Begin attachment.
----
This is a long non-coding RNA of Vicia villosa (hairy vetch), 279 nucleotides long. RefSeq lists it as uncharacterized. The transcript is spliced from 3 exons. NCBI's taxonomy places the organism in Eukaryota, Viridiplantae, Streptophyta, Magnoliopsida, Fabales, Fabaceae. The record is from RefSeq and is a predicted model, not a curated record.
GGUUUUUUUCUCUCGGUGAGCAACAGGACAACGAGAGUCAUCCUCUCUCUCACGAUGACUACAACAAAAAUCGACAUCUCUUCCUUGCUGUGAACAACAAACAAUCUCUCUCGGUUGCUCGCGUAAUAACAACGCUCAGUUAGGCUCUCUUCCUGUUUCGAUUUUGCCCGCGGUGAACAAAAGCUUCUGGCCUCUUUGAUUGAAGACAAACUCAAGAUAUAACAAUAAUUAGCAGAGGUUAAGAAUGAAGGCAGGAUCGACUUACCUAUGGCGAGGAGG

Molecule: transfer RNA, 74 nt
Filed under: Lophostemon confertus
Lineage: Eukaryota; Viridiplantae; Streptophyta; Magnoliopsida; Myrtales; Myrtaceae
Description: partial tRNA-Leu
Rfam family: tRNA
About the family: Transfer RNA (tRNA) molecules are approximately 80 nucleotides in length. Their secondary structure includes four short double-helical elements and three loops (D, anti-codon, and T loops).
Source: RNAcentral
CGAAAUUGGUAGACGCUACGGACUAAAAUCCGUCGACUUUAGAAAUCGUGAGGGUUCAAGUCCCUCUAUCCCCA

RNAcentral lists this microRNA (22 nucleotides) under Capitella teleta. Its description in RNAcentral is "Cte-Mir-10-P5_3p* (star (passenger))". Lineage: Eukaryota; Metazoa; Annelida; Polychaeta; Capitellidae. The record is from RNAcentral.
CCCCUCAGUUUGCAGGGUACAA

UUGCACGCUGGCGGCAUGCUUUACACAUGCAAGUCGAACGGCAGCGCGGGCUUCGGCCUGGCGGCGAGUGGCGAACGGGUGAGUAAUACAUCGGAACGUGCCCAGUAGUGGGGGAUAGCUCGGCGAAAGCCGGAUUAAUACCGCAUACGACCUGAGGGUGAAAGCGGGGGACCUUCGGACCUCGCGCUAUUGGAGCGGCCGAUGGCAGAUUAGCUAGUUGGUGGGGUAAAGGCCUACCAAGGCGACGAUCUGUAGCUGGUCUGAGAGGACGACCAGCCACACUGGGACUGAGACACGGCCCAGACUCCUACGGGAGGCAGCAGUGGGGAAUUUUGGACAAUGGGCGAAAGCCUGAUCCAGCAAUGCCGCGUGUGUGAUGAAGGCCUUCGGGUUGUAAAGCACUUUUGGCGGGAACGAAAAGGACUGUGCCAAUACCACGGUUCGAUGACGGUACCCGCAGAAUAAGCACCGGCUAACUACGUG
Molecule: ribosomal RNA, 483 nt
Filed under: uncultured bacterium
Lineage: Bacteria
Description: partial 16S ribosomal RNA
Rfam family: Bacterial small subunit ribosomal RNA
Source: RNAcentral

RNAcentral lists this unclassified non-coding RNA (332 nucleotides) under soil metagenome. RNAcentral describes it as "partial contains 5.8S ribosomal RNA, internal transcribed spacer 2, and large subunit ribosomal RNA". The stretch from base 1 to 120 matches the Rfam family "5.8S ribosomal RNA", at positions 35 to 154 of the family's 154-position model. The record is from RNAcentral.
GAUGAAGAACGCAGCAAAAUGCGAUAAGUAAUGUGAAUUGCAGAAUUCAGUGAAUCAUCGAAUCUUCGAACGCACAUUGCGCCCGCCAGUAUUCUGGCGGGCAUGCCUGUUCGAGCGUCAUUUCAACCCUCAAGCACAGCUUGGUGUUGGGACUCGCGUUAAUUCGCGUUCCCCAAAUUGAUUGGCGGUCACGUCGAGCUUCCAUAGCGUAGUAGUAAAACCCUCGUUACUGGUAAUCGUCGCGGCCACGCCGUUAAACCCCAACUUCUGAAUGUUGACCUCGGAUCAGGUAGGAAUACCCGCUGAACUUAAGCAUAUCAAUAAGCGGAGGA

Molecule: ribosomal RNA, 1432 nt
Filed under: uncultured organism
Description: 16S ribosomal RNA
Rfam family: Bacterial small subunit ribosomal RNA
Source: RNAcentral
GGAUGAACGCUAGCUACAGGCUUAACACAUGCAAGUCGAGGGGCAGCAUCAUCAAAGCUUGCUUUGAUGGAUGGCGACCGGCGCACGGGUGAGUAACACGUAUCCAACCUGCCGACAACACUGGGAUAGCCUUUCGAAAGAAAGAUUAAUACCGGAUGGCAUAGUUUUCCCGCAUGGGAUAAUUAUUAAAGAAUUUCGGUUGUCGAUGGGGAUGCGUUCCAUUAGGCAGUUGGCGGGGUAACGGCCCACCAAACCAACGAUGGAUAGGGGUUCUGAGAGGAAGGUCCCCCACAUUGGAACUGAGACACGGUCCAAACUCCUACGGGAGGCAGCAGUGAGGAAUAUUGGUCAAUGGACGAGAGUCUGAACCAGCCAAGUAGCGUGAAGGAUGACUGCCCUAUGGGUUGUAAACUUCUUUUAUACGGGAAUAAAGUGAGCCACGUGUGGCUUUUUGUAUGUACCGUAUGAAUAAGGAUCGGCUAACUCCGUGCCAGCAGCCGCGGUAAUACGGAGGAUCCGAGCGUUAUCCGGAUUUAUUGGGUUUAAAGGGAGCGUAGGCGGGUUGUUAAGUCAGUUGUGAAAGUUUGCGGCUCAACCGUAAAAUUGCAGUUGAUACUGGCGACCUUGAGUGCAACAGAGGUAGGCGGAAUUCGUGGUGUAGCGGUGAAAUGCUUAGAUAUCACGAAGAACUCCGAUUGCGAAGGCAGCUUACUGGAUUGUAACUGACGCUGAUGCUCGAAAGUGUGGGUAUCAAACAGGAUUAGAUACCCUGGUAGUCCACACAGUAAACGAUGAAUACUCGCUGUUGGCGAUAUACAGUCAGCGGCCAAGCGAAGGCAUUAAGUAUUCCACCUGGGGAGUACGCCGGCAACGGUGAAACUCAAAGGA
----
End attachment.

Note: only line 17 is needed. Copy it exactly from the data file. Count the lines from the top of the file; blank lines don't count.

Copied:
Description: partial 16S ribosomal RNA